By Sue Weakley for MatchNRide.com
Breast cancer survivor and Grand Prix dressage competitor Shannon Dueck believes that part of her success in beating breast cancer was being a fit horse person and early detection.
“I’m really fit. Also, horse girls are tough chicks,” she said, adding that she is amazed at their grit and determination.
After early detection by way of a mammogram in 2009, Dueck learned she had Stage I breast cancer and had real risk factors with a familial history of the disease.
Dueck was diagnosed soon after her mother and aunt also received the news that they had breast cancer. Her mother was in a more advanced stage and died from breast cancer. Her aunt just cleared the five-year mark of being cancer free.
“Because I found out so early and because we learned there was a genetic component, it was easier for me to come up with a treatment option,” she said. “I was able to forego radiation and chemotherapy and chose a prophylactic double mastectomy. I had it in one breast but not in the other but it was only a matter of time.”
Dueck was back on a horse soon after surgery. “It was honestly three weeks after surgery that I sat on a horse for the first time, but don’t tell my doctors that,” she said. “I wouldn’t recommend it, but it was a personal choice for me. In fact, she was riding a Grand Prix test just four months after her surgery.
“I was careful and I wasn’t getting on anything crazy, but I was riding a lot of horses. I had somebody hold the horse when I was clambering up. I was just lucky with early detection and that I was fit enough and strong enough. I had a relatively smooth recovery and being on a horse was therapeutic for me.”
Dueck credits her husband, Lorne, as well as the Wellington, Florida, dressage community for helping her through the rough patch.
“I had a really great support system,” she said. “My husband was amazing. He was my rock. I think he had a harder time with it than I did because the horses kept me going and I was teaching as soon as I could get out of the chair. At the end of the day, I could come in and fall apart a little bit and he had to be strong to support me when I couldn’t be strong.”
And when it came to running her business, her peers had her covered.
“They were fantastic,” she said. “The people at the barn stepped up to the plate and worked their butts off so I didn’t have to worry about anything. I was working with Robert Dover and, at the time, I had a mare that was just going up to Grand Prix and Robert offered to ride my horse. He went above and beyond and not only rode two horses for me, he made them better. I will always be grateful for what he did for me.”
Not only did Dover and other trainers step forward but they came together in a more symbolic way that touched Dueck even more.
“I have a quilt that I absolutely treasure,” she explained. “After one of the shows in the fall when I was still in the hospital, some people gathered a bunch of 12 x 12 fabric squares and everybody had to write something on them for me. Then, they put them together in a quilt. I was humbled by that. I hadn’t lived here that long and I hope that sometime in the future I can help someone like they helped me.”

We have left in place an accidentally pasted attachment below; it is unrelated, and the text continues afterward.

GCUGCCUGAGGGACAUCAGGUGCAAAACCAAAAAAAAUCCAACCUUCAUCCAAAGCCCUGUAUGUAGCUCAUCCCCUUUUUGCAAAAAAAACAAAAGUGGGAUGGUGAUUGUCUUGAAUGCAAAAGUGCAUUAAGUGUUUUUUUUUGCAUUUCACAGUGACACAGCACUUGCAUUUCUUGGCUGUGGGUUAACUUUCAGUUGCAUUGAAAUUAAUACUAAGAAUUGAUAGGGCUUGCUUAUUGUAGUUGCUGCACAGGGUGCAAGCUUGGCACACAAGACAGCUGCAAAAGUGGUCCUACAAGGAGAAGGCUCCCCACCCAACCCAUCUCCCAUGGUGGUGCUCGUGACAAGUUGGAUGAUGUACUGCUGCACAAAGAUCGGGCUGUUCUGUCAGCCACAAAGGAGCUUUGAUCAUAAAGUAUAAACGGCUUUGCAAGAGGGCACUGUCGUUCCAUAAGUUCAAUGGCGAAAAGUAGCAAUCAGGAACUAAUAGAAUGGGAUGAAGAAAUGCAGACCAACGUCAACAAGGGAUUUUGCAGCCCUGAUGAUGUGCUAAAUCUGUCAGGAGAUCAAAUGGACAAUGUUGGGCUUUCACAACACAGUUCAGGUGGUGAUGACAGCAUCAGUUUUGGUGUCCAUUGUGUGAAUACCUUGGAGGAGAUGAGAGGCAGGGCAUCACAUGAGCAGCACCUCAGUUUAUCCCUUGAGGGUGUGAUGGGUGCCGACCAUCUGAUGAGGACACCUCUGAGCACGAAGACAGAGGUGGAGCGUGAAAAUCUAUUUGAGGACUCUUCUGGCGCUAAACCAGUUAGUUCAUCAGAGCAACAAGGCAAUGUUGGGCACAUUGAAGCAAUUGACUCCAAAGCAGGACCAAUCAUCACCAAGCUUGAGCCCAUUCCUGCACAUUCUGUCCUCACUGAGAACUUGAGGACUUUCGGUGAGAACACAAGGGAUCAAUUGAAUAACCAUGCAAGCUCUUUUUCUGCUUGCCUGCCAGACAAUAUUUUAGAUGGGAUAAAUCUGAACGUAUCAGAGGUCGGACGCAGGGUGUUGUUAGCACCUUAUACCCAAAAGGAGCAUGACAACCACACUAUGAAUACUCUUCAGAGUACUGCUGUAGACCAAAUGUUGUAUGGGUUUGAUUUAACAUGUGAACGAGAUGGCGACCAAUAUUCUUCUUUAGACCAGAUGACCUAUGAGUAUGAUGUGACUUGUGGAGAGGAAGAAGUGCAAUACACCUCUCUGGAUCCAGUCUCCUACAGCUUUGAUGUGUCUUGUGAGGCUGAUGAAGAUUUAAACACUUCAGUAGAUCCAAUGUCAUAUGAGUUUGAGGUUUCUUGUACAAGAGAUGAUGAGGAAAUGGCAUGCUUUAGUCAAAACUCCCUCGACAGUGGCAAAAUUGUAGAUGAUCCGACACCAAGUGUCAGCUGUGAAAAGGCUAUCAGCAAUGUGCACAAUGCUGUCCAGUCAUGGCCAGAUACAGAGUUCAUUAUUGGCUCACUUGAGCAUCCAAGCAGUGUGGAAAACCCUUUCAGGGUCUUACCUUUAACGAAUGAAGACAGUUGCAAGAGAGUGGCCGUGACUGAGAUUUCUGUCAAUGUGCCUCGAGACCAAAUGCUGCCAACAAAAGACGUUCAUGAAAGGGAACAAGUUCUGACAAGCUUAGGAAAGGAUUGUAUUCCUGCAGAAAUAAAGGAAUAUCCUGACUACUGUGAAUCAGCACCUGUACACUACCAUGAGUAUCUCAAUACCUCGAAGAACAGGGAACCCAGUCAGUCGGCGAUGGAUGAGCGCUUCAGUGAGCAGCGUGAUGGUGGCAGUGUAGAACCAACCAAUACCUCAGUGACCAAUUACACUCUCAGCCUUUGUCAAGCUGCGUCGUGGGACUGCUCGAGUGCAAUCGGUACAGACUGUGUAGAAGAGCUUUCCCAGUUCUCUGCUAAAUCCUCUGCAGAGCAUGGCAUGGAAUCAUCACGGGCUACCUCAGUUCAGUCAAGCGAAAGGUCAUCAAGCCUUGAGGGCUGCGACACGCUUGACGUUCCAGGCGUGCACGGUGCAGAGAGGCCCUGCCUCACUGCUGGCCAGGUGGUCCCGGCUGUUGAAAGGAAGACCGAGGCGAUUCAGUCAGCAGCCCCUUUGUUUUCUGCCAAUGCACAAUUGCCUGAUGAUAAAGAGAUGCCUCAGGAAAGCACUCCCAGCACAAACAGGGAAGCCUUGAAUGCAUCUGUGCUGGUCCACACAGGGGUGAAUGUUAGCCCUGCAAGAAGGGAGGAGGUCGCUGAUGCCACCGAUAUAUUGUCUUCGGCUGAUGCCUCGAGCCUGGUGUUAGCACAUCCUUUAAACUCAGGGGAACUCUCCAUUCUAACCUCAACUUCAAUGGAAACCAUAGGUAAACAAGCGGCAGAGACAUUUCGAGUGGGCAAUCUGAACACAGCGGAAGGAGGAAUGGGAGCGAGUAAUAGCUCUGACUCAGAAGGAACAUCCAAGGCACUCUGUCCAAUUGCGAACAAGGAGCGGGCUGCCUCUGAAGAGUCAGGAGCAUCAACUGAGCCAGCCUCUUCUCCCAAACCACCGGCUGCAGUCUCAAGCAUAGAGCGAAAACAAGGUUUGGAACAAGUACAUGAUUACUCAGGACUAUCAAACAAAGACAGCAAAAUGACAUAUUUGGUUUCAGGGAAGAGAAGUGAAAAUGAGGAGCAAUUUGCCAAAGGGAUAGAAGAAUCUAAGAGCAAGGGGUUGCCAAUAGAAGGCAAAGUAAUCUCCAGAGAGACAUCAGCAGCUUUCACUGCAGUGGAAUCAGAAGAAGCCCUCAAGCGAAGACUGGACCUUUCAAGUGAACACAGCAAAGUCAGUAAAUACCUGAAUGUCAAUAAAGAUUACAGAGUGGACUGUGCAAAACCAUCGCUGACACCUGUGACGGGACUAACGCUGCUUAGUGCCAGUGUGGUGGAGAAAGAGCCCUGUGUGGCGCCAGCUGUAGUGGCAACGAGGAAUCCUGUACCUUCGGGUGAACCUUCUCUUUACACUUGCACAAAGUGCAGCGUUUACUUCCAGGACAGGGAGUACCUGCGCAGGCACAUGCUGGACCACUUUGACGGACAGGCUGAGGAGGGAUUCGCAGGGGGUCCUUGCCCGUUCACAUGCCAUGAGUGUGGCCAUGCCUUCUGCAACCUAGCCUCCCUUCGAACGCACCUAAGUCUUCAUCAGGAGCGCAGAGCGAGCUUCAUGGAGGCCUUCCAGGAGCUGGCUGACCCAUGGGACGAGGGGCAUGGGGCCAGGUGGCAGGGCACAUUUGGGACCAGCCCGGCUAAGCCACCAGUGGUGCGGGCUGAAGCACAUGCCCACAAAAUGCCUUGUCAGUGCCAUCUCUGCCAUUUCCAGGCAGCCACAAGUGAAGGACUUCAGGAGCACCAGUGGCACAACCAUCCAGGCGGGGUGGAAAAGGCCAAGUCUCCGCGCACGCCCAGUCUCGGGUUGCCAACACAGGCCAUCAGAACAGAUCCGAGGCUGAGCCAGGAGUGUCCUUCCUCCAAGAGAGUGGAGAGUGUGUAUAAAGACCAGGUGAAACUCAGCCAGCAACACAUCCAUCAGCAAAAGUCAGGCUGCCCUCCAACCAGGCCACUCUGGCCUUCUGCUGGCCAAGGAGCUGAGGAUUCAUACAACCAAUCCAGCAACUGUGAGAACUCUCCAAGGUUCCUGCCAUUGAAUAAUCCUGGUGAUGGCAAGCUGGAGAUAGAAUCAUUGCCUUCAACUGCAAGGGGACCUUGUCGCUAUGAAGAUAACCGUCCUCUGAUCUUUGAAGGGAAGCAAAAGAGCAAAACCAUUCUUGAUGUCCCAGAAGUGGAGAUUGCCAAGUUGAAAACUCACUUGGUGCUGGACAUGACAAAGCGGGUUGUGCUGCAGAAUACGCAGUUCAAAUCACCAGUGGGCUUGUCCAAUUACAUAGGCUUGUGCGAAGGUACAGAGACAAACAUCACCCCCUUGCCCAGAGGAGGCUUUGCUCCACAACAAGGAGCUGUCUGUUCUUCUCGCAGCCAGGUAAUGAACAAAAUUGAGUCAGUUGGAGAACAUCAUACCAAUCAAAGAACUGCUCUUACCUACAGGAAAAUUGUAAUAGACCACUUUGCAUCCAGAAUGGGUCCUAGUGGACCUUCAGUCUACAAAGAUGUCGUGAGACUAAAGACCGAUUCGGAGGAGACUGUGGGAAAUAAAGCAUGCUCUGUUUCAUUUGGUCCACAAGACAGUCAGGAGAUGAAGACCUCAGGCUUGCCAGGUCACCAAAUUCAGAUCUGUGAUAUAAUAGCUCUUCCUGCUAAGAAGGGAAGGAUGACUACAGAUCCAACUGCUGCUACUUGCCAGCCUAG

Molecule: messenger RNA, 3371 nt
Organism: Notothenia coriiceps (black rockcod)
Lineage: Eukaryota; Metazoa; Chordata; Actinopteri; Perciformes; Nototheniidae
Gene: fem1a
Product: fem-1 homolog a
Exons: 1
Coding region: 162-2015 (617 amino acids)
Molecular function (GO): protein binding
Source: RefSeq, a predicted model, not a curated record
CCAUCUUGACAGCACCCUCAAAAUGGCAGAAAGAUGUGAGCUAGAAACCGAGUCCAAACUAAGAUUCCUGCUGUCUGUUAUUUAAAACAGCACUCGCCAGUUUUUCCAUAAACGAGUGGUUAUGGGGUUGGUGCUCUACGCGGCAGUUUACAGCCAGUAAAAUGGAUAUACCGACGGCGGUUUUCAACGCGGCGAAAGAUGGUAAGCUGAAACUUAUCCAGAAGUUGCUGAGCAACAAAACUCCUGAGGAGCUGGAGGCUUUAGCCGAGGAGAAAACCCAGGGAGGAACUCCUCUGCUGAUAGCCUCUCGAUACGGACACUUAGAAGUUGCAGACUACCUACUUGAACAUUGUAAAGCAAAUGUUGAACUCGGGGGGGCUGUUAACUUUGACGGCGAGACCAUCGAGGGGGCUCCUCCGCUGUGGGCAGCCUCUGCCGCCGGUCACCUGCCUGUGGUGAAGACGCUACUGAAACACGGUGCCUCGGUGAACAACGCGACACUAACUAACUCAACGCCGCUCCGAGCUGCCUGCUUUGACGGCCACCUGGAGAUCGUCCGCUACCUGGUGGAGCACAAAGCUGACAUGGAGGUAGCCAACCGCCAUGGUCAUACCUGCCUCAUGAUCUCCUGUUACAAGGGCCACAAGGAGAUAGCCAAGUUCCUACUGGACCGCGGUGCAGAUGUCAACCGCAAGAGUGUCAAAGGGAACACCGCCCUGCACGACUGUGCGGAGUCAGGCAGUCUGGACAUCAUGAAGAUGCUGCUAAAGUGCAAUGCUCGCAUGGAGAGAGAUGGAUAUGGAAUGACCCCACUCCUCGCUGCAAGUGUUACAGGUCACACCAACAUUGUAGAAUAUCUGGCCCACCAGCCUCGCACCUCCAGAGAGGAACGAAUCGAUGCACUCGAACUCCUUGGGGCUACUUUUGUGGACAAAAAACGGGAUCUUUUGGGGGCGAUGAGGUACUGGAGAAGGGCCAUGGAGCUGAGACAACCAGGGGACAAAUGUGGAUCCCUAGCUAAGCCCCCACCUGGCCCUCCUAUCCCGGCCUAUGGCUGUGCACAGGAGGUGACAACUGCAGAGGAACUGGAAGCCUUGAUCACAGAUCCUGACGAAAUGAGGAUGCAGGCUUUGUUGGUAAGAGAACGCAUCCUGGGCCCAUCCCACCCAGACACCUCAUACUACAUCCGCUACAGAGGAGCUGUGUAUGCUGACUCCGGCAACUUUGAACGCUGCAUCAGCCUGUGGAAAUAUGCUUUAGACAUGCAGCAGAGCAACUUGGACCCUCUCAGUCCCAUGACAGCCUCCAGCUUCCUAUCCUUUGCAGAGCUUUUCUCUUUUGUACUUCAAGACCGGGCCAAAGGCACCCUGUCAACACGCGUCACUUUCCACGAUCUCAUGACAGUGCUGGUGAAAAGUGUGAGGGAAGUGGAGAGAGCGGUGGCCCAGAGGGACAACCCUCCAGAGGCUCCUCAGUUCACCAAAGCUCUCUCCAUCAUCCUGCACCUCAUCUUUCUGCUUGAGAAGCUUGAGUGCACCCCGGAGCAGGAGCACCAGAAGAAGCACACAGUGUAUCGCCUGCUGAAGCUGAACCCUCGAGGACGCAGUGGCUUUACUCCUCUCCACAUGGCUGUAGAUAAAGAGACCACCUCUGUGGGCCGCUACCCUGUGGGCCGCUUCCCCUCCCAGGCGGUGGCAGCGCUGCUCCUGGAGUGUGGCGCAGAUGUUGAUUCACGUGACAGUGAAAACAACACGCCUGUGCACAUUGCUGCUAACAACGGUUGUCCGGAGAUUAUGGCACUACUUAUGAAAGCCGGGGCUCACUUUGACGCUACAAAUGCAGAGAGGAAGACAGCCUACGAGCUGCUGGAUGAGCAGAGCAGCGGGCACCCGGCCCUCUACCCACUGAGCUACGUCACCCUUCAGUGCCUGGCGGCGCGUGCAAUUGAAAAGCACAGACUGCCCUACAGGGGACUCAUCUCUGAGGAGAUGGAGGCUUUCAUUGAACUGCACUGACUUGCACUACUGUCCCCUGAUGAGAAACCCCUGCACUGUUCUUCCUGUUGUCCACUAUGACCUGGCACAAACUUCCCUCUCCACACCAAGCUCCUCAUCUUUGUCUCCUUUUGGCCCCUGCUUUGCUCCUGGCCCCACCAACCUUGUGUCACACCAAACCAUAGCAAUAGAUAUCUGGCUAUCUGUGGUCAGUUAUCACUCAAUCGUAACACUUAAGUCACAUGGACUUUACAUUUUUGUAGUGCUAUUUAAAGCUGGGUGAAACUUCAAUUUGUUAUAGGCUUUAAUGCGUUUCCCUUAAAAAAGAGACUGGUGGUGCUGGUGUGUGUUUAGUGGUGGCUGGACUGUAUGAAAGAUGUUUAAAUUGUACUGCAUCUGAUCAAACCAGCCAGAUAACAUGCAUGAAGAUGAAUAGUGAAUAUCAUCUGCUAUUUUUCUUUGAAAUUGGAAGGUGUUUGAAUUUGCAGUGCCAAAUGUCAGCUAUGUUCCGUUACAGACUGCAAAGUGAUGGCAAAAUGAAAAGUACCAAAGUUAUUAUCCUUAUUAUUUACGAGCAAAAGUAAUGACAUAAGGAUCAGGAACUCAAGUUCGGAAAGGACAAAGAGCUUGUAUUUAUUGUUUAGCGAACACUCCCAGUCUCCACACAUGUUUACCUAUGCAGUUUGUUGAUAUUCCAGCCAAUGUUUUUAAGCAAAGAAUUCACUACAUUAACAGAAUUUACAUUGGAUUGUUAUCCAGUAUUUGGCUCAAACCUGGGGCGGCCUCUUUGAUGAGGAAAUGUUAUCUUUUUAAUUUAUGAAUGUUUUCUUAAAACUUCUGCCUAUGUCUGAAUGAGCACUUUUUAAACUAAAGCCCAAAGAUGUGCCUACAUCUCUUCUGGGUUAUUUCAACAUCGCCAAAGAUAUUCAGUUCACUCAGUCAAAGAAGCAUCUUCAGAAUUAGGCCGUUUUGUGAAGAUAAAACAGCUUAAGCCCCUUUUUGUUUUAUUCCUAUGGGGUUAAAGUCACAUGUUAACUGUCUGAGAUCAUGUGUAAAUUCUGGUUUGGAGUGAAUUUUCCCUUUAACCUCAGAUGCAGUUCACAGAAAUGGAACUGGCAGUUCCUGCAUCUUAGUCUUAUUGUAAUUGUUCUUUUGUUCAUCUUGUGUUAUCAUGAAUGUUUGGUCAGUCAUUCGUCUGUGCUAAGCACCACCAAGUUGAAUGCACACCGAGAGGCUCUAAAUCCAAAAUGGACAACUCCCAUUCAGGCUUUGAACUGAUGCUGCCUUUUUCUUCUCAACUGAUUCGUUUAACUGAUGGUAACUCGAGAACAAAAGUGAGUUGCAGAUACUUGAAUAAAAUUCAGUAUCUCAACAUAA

One way she wants to help is by educating people on early detection and how to navigate the healthcare system
“It needs to be that people detect cancer earlier,” she said. “That’s where I was the most blessed. Early detection is what saved me. Also, I think that being as healthy as I was helped me tremendously. Anything to help your immune system stay strong is beneficial because the immune system is what can help fight a lot of these cancers.”
“The system is getting better and better with treatments but I want to get the word out there about better self-examination and better awareness,” Her aunt found her cancer through self-examination. “Being aware like this can save your life and spare you a long road through the healthcare system,” she cautioned.
She said she learned to navigate the system the hard way. She researched her treatment options and her bachelor’s degree in Animal Science and master’s degree in Equine Nutrition and Exercise Physiology served her well when it came to digging up and digesting the information she needed to make informed choices.
“For me, if was more about research and learning,” she said. “The education made me feel more powerful.”
Dueck suggested that if people find themselves in similar situations when considering healthcare choices, then enlisting the aid of an expert could be a wise option.
“There are health care advocates out there,” she explained. “I didn’t know that and I didn’t use one. No one told me there was someone out there I could have hired and I could have saved maybe $15,000. These people are experts in health care plans and how to navigate them. They go to bat to find you the best way and the most economical way.”
Dueck is also an active participant in the Challenge of the Americas, a Wellington event that that pits high-performance dressage riders in intricate musical quadrilles to raise funds for the Breast Cancer Research Foundation.
“I participated in the Challenge before I had breast cancer,” she said. “I was into it before then because it was really fun and a good cause, but then it became personal. I do the Challenge because I think it’s both an awareness raising and fund-raising night. It’s a lot of work in the middle of season but it’s all worth it.”
Dueck is a firm believer in education about breast cancer and raising awareness is important to her. “My biggest thing is, for sure, that early detection is key,” she said.